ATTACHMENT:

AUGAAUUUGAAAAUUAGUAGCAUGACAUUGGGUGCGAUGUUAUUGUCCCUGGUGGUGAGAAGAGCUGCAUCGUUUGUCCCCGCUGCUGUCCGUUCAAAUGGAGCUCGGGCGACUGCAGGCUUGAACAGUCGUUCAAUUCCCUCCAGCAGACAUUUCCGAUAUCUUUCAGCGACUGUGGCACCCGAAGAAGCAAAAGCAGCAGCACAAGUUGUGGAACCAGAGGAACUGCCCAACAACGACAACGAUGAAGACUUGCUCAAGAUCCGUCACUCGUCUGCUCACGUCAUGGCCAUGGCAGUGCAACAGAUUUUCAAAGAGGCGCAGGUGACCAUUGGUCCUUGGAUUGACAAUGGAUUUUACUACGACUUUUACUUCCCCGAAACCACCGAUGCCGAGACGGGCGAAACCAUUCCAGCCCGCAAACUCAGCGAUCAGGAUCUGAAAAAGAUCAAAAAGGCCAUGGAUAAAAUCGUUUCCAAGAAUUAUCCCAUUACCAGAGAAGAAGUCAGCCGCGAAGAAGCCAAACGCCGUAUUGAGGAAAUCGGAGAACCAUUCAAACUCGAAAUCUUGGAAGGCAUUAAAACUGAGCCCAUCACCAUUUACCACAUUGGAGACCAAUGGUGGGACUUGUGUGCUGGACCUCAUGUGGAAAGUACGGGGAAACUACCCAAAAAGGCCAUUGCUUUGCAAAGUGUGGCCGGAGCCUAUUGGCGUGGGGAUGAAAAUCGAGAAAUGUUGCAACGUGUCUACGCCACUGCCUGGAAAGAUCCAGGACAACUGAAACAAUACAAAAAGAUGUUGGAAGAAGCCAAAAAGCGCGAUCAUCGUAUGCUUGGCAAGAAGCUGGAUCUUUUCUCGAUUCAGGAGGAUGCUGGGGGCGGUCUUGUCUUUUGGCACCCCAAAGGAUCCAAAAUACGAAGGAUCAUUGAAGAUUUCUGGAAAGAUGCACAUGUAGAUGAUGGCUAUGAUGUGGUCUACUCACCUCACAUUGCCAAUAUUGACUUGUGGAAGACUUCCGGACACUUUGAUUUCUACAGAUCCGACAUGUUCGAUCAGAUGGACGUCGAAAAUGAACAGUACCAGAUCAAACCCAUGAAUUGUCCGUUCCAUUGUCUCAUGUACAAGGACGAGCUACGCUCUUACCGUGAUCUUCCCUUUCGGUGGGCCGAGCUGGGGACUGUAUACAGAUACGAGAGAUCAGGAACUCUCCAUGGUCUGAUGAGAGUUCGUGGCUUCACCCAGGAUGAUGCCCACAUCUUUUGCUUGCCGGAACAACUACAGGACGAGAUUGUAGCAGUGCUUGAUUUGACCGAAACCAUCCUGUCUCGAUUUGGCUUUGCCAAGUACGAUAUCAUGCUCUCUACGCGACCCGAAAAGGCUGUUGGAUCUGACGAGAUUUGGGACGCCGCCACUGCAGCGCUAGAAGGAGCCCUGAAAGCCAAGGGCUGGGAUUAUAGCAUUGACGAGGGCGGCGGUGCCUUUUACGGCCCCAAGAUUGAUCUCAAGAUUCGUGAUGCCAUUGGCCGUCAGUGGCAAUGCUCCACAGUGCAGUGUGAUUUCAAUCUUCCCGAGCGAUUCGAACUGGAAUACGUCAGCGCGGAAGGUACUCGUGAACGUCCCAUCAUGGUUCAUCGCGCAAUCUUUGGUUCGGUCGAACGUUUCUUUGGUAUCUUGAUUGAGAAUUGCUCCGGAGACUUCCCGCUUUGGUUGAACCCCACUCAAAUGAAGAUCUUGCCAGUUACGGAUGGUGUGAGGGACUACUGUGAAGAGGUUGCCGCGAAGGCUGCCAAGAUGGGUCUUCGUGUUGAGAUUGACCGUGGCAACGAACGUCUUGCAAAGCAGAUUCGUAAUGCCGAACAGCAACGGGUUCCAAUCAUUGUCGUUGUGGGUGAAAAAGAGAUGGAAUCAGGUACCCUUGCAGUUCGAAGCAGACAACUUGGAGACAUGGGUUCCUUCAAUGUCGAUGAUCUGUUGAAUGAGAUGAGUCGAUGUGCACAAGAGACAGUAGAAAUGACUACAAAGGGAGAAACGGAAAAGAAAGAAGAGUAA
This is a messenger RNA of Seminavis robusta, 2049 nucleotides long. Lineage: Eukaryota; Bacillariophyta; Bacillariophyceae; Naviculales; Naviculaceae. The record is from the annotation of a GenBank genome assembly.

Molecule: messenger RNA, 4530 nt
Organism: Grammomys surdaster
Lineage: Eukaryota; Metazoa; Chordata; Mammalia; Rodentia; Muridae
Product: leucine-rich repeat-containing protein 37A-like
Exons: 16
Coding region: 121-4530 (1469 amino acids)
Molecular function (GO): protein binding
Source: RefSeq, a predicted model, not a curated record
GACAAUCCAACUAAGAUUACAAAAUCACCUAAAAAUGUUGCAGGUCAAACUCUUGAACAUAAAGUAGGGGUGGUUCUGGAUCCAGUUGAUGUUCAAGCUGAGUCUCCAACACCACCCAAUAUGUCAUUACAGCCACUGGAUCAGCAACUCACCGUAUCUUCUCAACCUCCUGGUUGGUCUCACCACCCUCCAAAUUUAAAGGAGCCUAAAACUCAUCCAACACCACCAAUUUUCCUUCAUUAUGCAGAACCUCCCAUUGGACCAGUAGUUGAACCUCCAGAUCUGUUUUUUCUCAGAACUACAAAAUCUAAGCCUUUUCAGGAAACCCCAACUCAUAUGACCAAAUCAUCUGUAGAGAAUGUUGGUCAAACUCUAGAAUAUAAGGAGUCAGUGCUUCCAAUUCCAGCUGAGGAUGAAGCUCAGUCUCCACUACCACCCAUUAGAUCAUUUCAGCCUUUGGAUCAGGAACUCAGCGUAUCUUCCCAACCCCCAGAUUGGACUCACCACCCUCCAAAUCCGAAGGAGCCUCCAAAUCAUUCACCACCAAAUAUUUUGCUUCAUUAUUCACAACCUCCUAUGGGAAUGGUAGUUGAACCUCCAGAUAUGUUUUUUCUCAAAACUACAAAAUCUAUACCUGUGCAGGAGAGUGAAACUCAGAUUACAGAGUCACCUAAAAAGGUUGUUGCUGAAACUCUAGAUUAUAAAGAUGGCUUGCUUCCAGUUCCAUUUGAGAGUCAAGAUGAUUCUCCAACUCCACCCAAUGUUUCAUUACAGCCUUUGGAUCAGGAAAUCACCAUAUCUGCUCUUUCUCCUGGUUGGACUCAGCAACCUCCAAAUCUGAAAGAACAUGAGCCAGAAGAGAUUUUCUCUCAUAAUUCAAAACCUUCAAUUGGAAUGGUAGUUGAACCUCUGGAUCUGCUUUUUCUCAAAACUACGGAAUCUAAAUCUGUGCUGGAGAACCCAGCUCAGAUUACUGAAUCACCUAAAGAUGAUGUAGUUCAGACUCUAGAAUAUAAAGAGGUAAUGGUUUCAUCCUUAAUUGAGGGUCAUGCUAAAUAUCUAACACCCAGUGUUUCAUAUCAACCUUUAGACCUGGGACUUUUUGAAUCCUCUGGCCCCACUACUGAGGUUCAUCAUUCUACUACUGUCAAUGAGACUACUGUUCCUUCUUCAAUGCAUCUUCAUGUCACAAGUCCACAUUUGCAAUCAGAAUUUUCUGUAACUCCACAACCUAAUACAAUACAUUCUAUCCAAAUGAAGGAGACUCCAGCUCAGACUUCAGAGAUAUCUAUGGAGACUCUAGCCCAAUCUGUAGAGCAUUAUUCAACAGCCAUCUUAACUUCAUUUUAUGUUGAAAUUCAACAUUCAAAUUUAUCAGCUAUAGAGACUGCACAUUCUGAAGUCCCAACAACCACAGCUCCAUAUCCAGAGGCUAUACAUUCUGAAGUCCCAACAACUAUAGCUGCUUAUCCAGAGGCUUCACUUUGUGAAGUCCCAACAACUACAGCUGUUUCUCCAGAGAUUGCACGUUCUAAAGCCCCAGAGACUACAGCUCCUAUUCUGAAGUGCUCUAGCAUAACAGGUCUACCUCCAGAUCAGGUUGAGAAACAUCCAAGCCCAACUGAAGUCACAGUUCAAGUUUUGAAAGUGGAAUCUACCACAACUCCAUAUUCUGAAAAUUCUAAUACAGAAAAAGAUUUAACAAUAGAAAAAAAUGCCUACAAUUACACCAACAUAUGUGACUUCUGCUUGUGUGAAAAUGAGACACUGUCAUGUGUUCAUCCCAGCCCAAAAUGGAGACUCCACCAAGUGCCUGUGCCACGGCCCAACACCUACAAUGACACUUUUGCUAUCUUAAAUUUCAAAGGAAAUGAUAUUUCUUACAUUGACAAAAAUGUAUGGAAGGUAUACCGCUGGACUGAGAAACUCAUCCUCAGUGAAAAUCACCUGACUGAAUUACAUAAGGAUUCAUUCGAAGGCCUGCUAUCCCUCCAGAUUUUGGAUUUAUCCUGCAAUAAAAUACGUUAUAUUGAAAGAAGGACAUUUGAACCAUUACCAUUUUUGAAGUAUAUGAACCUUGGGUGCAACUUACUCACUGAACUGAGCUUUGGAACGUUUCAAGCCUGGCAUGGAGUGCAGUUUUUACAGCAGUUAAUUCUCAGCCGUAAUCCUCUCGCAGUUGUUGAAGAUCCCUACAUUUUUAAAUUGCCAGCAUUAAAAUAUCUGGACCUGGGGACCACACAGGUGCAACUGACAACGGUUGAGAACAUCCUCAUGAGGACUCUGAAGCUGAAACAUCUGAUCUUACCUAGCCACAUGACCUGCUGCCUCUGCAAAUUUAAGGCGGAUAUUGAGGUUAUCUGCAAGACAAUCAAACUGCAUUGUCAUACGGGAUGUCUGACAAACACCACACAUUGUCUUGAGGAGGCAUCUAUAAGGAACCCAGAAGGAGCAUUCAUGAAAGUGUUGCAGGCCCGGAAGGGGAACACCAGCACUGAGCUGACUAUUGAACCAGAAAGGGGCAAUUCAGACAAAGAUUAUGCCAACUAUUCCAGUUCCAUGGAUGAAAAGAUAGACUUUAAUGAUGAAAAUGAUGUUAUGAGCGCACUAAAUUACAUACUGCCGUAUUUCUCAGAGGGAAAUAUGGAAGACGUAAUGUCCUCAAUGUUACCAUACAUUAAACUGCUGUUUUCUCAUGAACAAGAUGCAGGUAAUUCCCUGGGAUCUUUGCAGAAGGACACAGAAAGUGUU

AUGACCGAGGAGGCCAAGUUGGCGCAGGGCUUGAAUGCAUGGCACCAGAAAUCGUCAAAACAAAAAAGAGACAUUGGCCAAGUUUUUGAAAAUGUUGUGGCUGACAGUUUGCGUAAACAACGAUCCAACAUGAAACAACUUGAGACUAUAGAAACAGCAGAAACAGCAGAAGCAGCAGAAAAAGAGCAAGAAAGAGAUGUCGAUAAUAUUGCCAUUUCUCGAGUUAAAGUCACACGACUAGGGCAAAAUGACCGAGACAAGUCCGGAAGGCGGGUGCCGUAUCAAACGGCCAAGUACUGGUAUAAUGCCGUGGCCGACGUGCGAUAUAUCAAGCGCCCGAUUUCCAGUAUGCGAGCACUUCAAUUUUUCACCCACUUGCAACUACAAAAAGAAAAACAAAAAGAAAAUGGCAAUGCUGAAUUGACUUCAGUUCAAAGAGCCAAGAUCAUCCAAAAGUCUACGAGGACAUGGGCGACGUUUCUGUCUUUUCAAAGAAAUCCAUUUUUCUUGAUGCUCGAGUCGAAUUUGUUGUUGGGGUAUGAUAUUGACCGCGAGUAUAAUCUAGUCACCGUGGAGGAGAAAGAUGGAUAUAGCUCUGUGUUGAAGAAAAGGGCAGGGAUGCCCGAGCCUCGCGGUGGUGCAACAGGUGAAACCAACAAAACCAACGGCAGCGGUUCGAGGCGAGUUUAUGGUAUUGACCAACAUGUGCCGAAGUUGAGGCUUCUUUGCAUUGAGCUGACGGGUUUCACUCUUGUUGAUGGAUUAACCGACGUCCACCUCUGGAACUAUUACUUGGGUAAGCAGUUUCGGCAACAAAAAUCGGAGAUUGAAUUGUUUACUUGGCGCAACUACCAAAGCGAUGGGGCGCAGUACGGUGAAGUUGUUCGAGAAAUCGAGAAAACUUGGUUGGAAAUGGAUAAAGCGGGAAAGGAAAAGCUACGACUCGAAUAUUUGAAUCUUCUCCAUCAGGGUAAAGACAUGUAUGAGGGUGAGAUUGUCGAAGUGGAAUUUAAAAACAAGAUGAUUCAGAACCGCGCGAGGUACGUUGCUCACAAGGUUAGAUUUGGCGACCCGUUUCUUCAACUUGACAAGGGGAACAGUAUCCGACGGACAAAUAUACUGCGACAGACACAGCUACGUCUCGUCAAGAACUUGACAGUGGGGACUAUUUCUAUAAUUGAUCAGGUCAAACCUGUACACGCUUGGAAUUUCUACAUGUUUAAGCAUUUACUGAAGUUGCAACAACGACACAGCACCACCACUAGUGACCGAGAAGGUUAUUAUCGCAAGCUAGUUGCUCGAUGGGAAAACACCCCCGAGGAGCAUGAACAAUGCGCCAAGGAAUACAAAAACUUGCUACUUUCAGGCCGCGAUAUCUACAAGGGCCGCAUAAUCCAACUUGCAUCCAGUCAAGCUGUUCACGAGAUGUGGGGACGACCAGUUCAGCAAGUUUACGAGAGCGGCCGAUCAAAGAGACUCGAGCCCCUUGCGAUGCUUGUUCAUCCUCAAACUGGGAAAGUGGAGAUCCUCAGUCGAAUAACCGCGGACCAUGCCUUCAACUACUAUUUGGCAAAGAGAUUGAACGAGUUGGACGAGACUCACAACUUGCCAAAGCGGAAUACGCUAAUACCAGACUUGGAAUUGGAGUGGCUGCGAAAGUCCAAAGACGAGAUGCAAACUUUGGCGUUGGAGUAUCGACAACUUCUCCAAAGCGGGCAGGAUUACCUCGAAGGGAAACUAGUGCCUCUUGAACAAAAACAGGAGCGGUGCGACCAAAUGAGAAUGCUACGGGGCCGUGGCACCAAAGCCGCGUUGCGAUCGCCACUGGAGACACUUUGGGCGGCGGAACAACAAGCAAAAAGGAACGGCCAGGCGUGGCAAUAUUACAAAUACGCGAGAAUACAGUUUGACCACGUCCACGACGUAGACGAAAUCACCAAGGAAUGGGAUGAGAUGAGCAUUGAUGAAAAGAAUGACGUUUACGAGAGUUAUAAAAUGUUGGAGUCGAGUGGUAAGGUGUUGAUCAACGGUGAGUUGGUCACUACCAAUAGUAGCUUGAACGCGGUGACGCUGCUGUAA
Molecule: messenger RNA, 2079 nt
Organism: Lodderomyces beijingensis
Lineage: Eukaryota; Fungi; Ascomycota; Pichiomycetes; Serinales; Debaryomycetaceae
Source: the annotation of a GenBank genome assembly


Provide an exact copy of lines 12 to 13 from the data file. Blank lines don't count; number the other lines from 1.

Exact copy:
AUGACCGAGGAGGCCAAGUUGGCGCAGGGCUUGAAUGCAUGGCACCAGAAAUCGUCAAAACAAAAAAGAGACAUUGGCCAAGUUUUUGAAAAUGUUGUGGCUGACAGUUUGCGUAAACAACGAUCCAACAUGAAACAACUUGAGACUAUAGAAACAGCAGAAACAGCAGAAGCAGCAGAAAAAGAGCAAGAAAGAGAUGUCGAUAAUAUUGCCAUUUCUCGAGUUAAAGUCACACGACUAGGGCAAAAUGACCGAGACAAGUCCGGAAGGCGGGUGCCGUAUCAAACGGCCAAGUACUGGUAUAAUGCCGUGGCCGACGUGCGAUAUAUCAAGCGCCCGAUUUCCAGUAUGCGAGCACUUCAAUUUUUCACCCACUUGCAACUACAAAAAGAAAAACAAAAAGAAAAUGGCAAUGCUGAAUUGACUUCAGUUCAAAGAGCCAAGAUCAUCCAAAAGUCUACGAGGACAUGGGCGACGUUUCUGUCUUUUCAAAGAAAUCCAUUUUUCUUGAUGCUCGAGUCGAAUUUGUUGUUGGGGUAUGAUAUUGACCGCGAGUAUAAUCUAGUCACCGUGGAGGAGAAAGAUGGAUAUAGCUCUGUGUUGAAGAAAAGGGCAGGGAUGCCCGAGCCUCGCGGUGGUGCAACAGGUGAAACCAACAAAACCAACGGCAGCGGUUCGAGGCGAGUUUAUGGUAUUGACCAACAUGUGCCGAAGUUGAGGCUUCUUUGCAUUGAGCUGACGGGUUUCACUCUUGUUGAUGGAUUAACCGACGUCCACCUCUGGAACUAUUACUUGGGUAAGCAGUUUCGGCAACAAAAAUCGGAGAUUGAAUUGUUUACUUGGCGCAACUACCAAAGCGAUGGGGCGCAGUACGGUGAAGUUGUUCGAGAAAUCGAGAAAACUUGGUUGGAAAUGGAUAAAGCGGGAAAGGAAAAGCUACGACUCGAAUAUUUGAAUCUUCUCCAUCAGGGUAAAGACAUGUAUGAGGGUGAGAUUGUCGAAGUGGAAUUUAAAAACAAGAUGAUUCAGAACCGCGCGAGGUACGUUGCUCACAAGGUUAGAUUUGGCGACCCGUUUCUUCAACUUGACAAGGGGAACAGUAUCCGACGGACAAAUAUACUGCGACAGACACAGCUACGUCUCGUCAAGAACUUGACAGUGGGGACUAUUUCUAUAAUUGAUCAGGUCAAACCUGUACACGCUUGGAAUUUCUACAUGUUUAAGCAUUUACUGAAGUUGCAACAACGACACAGCACCACCACUAGUGACCGAGAAGGUUAUUAUCGCAAGCUAGUUGCUCGAUGGGAAAACACCCCCGAGGAGCAUGAACAAUGCGCCAAGGAAUACAAAAACUUGCUACUUUCAGGCCGCGAUAUCUACAAGGGCCGCAUAAUCCAACUUGCAUCCAGUCAAGCUGUUCACGAGAUGUGGGGACGACCAGUUCAGCAAGUUUACGAGAGCGGCCGAUCAAAGAGACUCGAGCCCCUUGCGAUGCUUGUUCAUCCUCAAACUGGGAAAGUGGAGAUCCUCAGUCGAAUAACCGCGGACCAUGCCUUCAACUACUAUUUGGCAAAGAGAUUGAACGAGUUGGACGAGACUCACAACUUGCCAAAGCGGAAUACGCUAAUACCAGACUUGGAAUUGGAGUGGCUGCGAAAGUCCAAAGACGAGAUGCAAACUUUGGCGUUGGAGUAUCGACAACUUCUCCAAAGCGGGCAGGAUUACCUCGAAGGGAAACUAGUGCCUCUUGAACAAAAACAGGAGCGGUGCGACCAAAUGAGAAUGCUACGGGGCCGUGGCACCAAAGCCGCGUUGCGAUCGCCACUGGAGACACUUUGGGCGGCGGAACAACAAGCAAAAAGGAACGGCCAGGCGUGGCAAUAUUACAAAUACGCGAGAAUACAGUUUGACCACGUCCACGACGUAGACGAAAUCACCAAGGAAUGGGAUGAGAUGAGCAUUGAUGAAAAGAAUGACGUUUACGAGAGUUAUAAAAUGUUGGAGUCGAGUGGUAAGGUGUUGAUCAACGGUGAGUUGGUCACUACCAAUAGUAGCUUGAACGCGGUGACGCUGCUGUAA
Molecule: messenger RNA, 2079 nt